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Dreaming about dogs: an online survey

By M. Schredl, C. Bailer, M. S. Weigel, M. S. Welt

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Dogs have been close human companions for millennia and one would expect—according to the continuity hypothesis of dreaming—that dogs are also quite common in dreams. Previous studies showed that the percentages of dreams that include dogs range from about 1.5% to 5%, but studies relating waking-life experiences with dogs with dreams about dogs have not been carried out. In total, 1695 persons (960 women, 735 men) completed an online survey that included questions about dreams and waking-life experiences that included dogs. The findings indicate that dogs show up, on average, in about 5% of remembered dreams, but this percentage is much higher in the dreams of dog owners and persons with close contacts with dogs. Moreover, the active time spent with a dog and the proximity during sleep is also related to a higher percentage of dreams that include dogs. Although dreams including dogs are on average more positively toned than dreams in general, about 11% of the dog dreams included threatening dogs. Persons who had negative experiences with dogs in their waking lives reported more threatening dog dreams. The results support the continuity hypothesis and it would be very interesting to conduct content analytic studies with dream samples obtained from dog owners to learn more about the variety of interactions between dreamers and dogs.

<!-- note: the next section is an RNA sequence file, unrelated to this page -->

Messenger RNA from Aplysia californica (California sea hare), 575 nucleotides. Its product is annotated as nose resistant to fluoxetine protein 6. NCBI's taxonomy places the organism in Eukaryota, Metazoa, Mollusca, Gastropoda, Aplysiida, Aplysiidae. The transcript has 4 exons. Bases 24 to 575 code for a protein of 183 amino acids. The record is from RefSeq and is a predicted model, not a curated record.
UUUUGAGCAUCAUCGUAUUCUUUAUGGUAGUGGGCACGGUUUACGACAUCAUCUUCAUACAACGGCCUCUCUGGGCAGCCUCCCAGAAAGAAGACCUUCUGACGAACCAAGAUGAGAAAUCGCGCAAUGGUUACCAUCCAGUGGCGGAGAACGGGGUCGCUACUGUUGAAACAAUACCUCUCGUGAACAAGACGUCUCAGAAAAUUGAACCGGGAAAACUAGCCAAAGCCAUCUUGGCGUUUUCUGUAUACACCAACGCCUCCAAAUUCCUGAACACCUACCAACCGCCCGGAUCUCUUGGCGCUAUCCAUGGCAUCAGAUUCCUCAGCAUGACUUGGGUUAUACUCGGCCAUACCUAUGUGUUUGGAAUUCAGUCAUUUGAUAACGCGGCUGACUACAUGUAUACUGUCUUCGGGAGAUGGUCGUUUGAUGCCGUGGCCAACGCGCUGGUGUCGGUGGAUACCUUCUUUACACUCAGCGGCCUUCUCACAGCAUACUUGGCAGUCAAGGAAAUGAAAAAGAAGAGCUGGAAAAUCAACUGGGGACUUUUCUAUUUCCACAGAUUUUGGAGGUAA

Date 2020
Publication Title Animals
Volume 10
Issue 10
ISBN/ISSN 2076-2615
Publisher MDPI
DOI 10.3390/ani10101915
Author Address Central Institute of Mental Health, Medical Faculty Mannheim, Heidelberg University, Postfach 12 21 20, 68072 Mannheim, Germany.michael.schredl@zi-mannheim.de cbailer@mail.uni-mannheim.de muweigel@mail.uni-mannheim.de melina.welt@web.de
Additional Language English
Cite this work

Researchers should cite this work as follows:

  1. Animals
  2. Anthrozoology
  3. Breeding
  4. Canidae
  5. Canine
  6. Carnivores
  7. Communication
  8. Dog Breeds
  9. Dog diseases
  10. Dogs
  11. Films
  12. Humans
  13. Interactions
  14. Internet
  15. Mammals
  16. Media
  17. Men
  18. open access
  19. Pets and companion animals
  20. Primates
  21. Psychiatry and psychology
  22. sleep
  23. social media
  24. Social psychology and social anthropology
  25. surveys
  26. Telecommunications
  27. vertebrates
  28. Women
  29. Zoology
  1. open access